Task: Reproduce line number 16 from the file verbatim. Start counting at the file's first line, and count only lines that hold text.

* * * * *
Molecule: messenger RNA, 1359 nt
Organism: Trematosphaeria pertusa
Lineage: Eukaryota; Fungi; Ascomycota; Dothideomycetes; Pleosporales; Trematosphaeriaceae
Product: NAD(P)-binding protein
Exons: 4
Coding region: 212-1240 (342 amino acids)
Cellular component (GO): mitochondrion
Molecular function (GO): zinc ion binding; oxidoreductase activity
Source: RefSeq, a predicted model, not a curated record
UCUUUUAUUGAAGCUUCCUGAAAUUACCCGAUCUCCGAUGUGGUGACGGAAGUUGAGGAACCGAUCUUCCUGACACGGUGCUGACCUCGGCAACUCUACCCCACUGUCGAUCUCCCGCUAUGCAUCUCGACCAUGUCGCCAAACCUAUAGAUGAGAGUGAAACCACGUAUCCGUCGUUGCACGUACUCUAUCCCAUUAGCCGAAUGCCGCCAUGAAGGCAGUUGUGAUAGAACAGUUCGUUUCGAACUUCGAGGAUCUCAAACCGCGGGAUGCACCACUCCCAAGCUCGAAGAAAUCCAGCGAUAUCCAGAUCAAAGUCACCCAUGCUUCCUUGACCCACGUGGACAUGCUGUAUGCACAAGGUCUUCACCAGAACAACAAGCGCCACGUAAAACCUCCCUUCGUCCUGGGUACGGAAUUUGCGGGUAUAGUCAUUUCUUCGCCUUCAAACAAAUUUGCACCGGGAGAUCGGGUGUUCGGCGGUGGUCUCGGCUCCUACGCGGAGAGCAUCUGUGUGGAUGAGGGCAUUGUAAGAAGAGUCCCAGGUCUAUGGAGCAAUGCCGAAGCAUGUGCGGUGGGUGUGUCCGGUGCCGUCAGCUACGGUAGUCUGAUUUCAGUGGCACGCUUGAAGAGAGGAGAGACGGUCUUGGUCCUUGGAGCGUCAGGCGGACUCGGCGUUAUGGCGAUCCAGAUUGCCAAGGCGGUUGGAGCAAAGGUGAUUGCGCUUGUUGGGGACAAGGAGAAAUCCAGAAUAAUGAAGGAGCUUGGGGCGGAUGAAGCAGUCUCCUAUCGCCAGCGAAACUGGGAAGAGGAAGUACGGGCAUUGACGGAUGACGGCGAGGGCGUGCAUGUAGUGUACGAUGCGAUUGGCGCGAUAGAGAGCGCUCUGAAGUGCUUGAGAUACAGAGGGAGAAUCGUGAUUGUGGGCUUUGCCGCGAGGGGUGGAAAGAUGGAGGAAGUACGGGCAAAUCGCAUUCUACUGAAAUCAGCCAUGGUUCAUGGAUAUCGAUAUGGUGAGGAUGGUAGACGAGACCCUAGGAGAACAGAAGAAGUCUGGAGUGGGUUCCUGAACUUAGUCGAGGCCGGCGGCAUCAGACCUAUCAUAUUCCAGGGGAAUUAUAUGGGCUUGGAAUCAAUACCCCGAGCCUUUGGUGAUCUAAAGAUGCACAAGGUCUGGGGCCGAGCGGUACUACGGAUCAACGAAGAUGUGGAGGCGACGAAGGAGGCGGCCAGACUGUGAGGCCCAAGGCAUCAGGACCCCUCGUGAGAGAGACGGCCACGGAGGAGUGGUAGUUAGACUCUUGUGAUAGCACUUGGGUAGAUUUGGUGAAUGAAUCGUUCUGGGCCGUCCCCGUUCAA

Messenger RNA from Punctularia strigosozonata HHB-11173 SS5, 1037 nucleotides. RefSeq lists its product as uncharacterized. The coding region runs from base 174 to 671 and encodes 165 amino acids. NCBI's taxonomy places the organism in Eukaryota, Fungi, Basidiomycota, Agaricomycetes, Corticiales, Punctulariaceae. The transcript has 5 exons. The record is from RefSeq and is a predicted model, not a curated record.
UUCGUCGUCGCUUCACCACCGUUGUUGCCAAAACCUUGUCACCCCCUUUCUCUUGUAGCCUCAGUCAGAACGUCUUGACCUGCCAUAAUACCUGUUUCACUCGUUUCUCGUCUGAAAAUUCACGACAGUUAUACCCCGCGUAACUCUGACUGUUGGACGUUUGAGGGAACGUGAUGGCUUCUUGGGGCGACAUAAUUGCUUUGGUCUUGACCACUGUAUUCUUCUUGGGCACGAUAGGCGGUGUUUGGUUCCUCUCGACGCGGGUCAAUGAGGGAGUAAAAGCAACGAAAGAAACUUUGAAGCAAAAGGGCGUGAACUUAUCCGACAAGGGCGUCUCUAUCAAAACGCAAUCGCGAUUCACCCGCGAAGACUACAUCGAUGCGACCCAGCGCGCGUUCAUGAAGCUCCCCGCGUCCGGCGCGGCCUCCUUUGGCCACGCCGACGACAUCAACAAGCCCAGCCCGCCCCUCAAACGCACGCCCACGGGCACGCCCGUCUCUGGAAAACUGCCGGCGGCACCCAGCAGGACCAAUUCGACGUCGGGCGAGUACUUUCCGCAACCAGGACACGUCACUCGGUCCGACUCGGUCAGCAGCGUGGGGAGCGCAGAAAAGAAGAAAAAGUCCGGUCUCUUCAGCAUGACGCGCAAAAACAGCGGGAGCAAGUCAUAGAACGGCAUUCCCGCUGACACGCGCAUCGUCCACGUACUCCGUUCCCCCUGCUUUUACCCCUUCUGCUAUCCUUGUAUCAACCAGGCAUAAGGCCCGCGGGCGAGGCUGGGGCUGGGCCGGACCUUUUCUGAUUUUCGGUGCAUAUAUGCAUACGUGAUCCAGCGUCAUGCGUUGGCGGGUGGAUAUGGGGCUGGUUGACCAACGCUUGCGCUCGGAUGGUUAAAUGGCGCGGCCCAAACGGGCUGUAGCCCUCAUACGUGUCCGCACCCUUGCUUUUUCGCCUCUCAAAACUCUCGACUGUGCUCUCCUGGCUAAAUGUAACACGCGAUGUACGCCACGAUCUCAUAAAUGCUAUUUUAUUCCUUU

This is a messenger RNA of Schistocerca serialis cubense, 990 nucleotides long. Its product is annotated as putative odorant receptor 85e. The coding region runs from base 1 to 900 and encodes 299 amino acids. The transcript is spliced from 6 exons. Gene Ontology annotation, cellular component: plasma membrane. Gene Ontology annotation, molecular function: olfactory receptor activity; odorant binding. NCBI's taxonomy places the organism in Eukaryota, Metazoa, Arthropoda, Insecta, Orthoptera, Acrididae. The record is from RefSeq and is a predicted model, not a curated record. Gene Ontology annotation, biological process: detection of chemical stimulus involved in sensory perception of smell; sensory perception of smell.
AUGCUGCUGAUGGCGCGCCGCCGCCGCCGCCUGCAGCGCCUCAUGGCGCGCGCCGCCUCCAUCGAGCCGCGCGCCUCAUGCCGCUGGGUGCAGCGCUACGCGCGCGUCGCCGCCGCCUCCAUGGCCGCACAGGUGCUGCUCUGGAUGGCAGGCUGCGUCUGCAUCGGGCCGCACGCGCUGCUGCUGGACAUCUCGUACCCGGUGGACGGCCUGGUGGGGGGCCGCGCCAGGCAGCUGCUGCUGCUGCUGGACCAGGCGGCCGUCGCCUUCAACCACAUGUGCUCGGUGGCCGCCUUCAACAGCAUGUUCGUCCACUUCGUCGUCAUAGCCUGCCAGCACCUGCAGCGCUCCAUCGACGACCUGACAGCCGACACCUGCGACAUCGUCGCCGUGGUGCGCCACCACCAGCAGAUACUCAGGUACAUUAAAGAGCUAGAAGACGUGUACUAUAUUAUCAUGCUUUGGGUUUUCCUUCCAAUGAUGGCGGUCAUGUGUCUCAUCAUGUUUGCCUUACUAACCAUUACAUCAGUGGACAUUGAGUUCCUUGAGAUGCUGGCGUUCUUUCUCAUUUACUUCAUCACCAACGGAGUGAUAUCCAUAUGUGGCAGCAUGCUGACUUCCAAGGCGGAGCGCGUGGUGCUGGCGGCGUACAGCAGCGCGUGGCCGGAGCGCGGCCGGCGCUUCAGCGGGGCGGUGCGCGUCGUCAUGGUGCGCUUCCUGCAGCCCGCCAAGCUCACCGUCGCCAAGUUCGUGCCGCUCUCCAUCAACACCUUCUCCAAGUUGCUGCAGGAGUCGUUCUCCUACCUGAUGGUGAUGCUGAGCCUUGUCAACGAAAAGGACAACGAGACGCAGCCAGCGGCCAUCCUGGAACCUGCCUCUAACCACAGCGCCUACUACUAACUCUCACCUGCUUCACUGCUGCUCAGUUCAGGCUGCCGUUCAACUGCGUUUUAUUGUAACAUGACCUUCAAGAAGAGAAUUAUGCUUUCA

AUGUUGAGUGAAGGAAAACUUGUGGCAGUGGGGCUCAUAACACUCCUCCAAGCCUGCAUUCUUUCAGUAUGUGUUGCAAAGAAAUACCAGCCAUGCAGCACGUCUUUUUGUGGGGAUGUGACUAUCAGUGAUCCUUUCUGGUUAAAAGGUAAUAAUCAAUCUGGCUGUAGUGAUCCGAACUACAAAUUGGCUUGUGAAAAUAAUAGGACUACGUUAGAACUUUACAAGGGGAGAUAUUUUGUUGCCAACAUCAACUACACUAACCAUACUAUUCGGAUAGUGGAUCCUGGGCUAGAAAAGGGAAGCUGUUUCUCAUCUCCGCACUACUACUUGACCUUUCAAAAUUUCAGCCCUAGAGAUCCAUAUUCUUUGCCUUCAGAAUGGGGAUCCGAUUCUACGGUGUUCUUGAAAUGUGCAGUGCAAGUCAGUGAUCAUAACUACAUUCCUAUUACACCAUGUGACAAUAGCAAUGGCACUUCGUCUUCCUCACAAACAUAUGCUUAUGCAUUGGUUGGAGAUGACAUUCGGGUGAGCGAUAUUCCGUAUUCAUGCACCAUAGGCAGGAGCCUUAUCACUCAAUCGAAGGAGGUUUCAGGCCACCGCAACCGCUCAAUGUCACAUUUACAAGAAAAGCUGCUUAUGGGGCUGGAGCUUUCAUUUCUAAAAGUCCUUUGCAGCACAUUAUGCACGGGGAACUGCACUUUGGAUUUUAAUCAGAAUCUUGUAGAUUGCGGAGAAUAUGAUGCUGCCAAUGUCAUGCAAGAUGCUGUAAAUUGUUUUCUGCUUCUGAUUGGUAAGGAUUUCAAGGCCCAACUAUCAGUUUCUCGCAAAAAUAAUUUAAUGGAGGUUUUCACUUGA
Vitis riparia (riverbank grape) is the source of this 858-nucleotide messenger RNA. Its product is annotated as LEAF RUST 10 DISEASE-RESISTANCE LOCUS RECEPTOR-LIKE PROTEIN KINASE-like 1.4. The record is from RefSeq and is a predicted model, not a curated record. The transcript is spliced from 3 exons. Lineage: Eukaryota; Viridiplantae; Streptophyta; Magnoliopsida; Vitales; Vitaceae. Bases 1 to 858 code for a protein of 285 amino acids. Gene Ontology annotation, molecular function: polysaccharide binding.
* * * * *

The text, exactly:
Vitis riparia (riverbank grape) is the source of this 858-nucleotide messenger RNA. Its product is annotated as LEAF RUST 10 DISEASE-RESISTANCE LOCUS RECEPTOR-LIKE PROTEIN KINASE-like 1.4. The record is from RefSeq and is a predicted model, not a curated record. The transcript is spliced from 3 exons. Lineage: Eukaryota; Viridiplantae; Streptophyta; Magnoliopsida; Vitales; Vitaceae. Bases 1 to 858 code for a protein of 285 amino acids. Gene Ontology annotation, molecular function: polysaccharide binding.